# newbie needs help with lesson 3: loops

• 06-12-2003
newbie needs help with lesson 3: loops
in lesson 3 where says x++ in the example, what does the ++ bit do to x?
• 06-12-2003
x++ means increment x. If x is 5, the result of x++ is 6.
• 06-12-2003
Nectron
HAHA
it increments!

suppose we have a variable " Length "

Length++

is just like writing

Length = Length + 1

increment means adding 1 to the variable, so if

Length = 25

then we type

Length++

then the value of Length is now 26
• 06-12-2003
HaLCy0n
Another shorthand way of doing this is to say:

Length+=1;

It'll take the current value of length and add whatever you specify to it. Just make sure before you use any of these methods that length is initialized.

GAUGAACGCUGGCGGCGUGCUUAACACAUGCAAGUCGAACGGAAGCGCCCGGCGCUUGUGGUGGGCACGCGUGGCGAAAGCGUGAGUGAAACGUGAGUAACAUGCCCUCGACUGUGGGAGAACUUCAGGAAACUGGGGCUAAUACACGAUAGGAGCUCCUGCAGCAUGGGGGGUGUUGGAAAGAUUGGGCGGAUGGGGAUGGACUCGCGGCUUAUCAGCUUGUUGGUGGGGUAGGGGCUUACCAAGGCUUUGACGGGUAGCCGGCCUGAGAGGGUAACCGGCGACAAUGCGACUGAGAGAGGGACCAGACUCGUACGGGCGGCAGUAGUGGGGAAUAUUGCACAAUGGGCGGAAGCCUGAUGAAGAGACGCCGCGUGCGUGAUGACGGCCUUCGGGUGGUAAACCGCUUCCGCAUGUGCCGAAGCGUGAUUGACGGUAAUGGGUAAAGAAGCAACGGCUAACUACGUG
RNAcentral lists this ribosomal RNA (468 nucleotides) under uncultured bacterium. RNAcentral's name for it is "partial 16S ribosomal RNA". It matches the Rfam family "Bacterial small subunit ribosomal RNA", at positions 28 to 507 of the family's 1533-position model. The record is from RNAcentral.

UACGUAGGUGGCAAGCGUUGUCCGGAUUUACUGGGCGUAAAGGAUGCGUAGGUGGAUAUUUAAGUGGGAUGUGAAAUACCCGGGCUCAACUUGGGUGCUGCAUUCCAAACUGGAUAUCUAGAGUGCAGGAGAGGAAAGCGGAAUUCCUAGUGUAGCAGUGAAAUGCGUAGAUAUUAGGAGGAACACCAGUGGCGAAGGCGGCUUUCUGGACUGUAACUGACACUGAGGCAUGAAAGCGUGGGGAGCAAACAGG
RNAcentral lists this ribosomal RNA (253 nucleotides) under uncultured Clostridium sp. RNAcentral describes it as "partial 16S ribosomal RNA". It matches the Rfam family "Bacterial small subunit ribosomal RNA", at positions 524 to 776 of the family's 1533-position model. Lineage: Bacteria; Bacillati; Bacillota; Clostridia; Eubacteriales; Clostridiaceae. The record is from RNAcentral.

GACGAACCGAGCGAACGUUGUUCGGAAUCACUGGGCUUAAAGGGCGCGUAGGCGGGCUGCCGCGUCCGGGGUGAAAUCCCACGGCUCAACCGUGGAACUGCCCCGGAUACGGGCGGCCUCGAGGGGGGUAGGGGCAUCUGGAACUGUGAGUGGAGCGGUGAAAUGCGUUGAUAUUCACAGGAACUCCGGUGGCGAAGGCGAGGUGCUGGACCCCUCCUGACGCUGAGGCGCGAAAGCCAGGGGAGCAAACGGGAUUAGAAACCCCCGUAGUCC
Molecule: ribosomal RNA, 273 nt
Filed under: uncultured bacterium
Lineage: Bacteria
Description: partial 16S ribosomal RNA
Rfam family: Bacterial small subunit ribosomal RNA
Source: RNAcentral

• 06-12-2003
ygfperson
Also legal is ++length. It does the same thing. The only difference is that the value ++length returns is after it increments length, which length++ just returns length.
• 06-12-2003
Cat

Code:

``` int x = 5; x++; // Line A // x is now 6  ++x; // Line B // x is now 7 int y = x++; // Line C // x is 8, y is 7 (the OLD value of x). int z = ++x; //Line D // x is 9, z is 9 (the NEW value of x).```
If your code does not need the return value, use ++x not x++.
I.e. instead of Line A's syntax, use Line B's.

The reason? ++x is always at least as efficient as x++ and sometimes more efficient. The reason is that x++ has to return an old, temporary value. In certain cases, the compiler can optimize away the unused temporary, but not always.

So, as a rule, if either will work, use ++x not x++, it's a better habit to be in.

So, write your for loops like:

for (int x = 0; x < 10; ++x)

which looks a little unusual but is a better habit to be in.